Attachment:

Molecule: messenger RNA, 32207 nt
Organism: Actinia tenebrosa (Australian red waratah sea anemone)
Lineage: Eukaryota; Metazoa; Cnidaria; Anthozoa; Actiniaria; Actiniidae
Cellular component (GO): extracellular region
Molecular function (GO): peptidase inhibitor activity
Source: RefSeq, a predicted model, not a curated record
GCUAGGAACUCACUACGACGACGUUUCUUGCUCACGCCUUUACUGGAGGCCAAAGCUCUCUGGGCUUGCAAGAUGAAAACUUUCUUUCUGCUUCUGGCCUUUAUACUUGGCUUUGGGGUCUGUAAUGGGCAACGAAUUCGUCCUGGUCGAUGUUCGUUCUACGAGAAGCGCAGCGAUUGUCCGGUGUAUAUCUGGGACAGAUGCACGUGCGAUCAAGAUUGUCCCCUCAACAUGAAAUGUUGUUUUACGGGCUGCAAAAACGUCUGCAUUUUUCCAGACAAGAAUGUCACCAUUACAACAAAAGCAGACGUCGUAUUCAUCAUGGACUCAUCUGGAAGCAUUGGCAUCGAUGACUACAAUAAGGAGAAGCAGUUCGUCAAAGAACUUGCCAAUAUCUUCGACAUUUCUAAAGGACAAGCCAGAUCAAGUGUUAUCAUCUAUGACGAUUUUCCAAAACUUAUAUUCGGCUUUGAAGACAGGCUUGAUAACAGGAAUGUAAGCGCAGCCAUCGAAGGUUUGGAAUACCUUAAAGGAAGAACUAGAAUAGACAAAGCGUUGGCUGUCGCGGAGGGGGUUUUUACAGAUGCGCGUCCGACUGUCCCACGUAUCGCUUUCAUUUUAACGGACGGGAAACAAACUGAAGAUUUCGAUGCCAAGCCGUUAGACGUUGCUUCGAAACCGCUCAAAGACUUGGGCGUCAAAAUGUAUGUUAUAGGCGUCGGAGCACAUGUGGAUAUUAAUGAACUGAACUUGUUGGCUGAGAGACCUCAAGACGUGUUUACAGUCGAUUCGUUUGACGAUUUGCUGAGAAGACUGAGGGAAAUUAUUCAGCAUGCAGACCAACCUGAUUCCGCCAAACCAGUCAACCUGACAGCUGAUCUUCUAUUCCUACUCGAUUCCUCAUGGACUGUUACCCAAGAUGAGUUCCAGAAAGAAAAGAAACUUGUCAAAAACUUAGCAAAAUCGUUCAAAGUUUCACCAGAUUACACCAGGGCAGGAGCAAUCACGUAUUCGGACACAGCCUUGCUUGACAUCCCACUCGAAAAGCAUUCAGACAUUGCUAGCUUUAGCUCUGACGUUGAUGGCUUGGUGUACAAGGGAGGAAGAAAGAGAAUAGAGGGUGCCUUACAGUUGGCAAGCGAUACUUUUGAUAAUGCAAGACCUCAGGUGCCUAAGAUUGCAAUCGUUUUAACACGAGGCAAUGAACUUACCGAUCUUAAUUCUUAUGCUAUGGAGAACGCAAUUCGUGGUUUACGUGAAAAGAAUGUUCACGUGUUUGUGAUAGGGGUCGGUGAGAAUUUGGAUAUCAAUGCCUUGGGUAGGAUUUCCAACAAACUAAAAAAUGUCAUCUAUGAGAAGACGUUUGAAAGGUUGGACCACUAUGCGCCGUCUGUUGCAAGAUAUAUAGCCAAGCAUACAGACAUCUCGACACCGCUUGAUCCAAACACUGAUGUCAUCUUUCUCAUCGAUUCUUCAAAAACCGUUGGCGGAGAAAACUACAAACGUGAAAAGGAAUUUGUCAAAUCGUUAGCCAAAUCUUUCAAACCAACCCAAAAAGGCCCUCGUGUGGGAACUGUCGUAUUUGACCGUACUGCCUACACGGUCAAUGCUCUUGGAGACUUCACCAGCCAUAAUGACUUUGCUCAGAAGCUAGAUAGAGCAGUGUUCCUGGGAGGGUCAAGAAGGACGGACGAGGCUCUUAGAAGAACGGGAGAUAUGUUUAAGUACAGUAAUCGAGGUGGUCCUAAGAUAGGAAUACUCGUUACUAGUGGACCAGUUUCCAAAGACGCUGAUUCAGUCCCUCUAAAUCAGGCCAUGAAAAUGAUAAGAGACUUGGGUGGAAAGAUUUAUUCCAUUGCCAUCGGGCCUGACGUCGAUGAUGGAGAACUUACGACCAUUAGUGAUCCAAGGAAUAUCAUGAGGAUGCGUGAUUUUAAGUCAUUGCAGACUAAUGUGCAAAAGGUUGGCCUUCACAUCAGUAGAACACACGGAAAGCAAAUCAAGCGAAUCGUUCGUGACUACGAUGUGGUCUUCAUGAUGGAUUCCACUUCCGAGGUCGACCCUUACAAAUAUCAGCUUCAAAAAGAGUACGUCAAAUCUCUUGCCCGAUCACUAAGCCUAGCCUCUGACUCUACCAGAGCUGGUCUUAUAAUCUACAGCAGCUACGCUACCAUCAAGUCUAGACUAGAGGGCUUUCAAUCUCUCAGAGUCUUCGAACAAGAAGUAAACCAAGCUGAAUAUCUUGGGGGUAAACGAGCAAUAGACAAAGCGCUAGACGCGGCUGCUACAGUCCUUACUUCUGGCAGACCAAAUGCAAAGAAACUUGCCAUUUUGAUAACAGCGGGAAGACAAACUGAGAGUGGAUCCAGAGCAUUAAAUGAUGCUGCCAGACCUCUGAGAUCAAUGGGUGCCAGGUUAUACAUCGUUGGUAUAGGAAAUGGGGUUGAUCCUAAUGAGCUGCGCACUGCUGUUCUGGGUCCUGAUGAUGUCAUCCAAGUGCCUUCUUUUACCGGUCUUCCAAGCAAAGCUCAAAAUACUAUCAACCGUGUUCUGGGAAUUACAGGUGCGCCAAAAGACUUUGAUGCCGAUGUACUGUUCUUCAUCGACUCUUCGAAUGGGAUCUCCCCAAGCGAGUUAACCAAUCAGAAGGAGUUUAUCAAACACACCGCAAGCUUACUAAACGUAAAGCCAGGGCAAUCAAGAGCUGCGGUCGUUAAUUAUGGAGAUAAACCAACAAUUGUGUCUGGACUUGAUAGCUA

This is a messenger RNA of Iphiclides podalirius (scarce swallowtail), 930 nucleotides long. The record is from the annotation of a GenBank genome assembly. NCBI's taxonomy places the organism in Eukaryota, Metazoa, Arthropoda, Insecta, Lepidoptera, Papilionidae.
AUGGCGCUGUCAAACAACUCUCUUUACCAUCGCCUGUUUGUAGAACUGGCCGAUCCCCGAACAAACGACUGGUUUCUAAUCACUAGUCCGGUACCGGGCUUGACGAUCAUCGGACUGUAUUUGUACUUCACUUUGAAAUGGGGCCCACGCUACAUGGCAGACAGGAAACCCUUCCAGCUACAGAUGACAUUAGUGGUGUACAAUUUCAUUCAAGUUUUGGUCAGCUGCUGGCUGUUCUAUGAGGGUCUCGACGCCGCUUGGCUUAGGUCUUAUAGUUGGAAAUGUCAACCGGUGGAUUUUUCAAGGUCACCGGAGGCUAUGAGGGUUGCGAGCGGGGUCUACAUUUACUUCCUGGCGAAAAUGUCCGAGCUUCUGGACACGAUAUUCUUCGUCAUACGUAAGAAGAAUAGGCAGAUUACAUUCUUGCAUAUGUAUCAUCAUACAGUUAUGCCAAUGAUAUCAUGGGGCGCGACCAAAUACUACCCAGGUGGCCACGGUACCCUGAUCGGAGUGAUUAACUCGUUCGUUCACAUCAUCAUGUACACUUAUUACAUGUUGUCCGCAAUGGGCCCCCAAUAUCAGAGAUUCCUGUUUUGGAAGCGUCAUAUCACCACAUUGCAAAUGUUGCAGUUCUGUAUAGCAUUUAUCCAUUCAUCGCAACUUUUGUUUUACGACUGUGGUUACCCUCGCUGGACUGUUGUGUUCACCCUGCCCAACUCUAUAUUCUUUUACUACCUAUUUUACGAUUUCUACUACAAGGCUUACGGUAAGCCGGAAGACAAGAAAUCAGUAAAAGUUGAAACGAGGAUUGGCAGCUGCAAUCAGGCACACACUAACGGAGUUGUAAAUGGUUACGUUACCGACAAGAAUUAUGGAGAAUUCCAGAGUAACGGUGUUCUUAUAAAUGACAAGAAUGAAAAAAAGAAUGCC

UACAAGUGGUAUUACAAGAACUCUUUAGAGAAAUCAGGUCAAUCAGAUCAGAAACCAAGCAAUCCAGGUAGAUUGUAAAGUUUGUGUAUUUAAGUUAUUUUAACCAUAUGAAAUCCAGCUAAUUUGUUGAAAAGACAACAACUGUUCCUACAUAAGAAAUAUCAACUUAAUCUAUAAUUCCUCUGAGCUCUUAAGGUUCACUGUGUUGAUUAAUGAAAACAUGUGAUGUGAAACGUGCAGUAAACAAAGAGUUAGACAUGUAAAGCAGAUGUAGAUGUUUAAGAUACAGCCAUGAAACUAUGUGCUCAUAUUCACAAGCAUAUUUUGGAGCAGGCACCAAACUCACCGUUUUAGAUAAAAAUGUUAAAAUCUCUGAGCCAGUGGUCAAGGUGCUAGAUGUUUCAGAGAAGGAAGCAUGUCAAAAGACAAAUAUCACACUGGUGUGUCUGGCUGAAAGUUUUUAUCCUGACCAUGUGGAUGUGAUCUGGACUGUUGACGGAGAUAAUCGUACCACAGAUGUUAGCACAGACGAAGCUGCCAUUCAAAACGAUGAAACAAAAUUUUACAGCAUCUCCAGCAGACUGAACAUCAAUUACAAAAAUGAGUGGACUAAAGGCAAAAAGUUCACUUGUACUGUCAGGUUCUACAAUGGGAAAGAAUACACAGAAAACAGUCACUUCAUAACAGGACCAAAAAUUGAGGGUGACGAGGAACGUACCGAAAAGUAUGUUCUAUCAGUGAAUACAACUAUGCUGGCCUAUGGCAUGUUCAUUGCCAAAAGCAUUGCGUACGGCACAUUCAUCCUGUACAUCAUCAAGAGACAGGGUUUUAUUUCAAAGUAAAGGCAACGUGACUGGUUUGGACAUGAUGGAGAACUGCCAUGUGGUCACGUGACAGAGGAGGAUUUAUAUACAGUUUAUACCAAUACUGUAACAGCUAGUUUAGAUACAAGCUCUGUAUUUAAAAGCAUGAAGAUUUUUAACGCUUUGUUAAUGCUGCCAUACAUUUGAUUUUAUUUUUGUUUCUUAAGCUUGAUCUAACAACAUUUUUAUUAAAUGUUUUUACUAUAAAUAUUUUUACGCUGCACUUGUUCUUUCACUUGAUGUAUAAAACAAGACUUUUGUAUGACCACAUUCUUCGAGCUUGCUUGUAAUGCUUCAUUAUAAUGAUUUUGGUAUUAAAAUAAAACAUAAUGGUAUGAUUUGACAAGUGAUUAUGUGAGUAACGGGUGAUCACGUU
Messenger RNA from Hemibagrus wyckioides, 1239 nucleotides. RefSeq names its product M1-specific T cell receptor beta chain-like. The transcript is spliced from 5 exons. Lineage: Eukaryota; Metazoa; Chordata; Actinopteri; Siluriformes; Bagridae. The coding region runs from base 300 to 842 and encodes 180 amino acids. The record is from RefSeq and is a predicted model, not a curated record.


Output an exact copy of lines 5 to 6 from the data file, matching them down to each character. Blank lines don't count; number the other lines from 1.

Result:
Molecular function (GO): peptidase inhibitor activity
Source: RefSeq, a predicted model, not a curated record